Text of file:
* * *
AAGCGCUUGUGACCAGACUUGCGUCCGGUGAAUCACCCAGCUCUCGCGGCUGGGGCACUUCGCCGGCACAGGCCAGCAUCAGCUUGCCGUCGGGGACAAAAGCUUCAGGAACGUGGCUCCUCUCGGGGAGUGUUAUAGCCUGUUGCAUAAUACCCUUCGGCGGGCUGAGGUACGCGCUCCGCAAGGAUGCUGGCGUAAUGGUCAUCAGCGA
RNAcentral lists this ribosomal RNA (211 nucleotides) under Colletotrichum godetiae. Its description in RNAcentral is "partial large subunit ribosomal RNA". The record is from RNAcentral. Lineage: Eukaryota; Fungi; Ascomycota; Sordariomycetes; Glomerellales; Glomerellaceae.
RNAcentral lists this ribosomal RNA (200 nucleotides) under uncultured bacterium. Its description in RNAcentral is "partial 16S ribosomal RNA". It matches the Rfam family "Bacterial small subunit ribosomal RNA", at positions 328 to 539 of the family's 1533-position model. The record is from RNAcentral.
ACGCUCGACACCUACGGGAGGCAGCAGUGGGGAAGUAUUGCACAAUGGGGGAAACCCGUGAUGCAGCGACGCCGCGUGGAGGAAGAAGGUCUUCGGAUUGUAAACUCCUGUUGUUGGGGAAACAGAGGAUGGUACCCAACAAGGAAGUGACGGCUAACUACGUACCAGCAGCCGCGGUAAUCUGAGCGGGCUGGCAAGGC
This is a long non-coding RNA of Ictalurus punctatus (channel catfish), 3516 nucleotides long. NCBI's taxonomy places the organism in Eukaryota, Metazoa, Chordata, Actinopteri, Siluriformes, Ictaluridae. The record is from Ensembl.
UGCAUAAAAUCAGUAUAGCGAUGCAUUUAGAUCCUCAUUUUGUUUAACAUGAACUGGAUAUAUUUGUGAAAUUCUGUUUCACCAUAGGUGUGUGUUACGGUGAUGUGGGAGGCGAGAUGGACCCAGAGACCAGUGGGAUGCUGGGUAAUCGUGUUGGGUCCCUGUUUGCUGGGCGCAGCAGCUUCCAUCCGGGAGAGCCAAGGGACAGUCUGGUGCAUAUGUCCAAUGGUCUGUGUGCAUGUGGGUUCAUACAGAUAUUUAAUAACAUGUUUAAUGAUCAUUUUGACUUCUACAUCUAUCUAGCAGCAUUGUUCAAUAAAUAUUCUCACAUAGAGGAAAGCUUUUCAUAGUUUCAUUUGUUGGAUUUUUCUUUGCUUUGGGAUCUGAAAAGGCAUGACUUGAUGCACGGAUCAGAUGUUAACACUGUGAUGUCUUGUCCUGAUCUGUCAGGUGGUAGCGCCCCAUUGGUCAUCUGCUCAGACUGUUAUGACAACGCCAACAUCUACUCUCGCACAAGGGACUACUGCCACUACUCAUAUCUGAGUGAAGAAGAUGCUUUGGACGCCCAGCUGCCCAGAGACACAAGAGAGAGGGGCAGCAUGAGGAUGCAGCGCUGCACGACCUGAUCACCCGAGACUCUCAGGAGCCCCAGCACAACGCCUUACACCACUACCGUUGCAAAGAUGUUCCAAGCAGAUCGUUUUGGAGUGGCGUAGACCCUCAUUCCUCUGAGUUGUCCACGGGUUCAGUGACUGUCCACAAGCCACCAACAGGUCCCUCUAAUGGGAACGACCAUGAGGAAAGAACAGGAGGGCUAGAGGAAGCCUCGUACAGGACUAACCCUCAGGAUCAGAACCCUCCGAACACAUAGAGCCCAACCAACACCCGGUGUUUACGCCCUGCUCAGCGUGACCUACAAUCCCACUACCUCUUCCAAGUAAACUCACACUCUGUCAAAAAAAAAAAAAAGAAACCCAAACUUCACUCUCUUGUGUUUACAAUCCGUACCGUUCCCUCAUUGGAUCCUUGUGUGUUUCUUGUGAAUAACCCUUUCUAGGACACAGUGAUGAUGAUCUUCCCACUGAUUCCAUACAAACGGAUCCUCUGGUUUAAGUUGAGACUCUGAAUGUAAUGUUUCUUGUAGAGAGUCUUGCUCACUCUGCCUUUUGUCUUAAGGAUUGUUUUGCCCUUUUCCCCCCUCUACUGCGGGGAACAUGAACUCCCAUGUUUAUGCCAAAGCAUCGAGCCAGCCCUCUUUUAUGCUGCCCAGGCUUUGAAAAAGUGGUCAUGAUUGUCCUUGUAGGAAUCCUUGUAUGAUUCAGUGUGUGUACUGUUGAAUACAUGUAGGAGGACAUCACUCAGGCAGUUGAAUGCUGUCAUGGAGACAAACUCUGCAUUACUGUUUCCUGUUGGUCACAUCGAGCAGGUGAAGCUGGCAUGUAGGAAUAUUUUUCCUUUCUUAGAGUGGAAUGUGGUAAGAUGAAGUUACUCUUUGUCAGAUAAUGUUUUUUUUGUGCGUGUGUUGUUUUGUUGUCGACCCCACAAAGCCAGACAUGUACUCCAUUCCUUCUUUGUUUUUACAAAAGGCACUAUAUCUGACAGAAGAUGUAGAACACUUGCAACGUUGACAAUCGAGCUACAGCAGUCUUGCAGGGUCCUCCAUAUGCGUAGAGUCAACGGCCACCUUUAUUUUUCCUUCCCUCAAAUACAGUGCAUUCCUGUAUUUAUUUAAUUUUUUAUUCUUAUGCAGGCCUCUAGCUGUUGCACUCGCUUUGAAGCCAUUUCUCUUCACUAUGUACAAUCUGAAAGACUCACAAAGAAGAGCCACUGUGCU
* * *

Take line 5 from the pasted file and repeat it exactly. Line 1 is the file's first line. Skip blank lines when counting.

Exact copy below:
This is a long non-coding RNA of Ictalurus punctatus (channel catfish), 3516 nucleotides long. NCBI's taxonomy places the organism in Eukaryota, Metazoa, Chordata, Actinopteri, Siluriformes, Ictaluridae. The record is from Ensembl.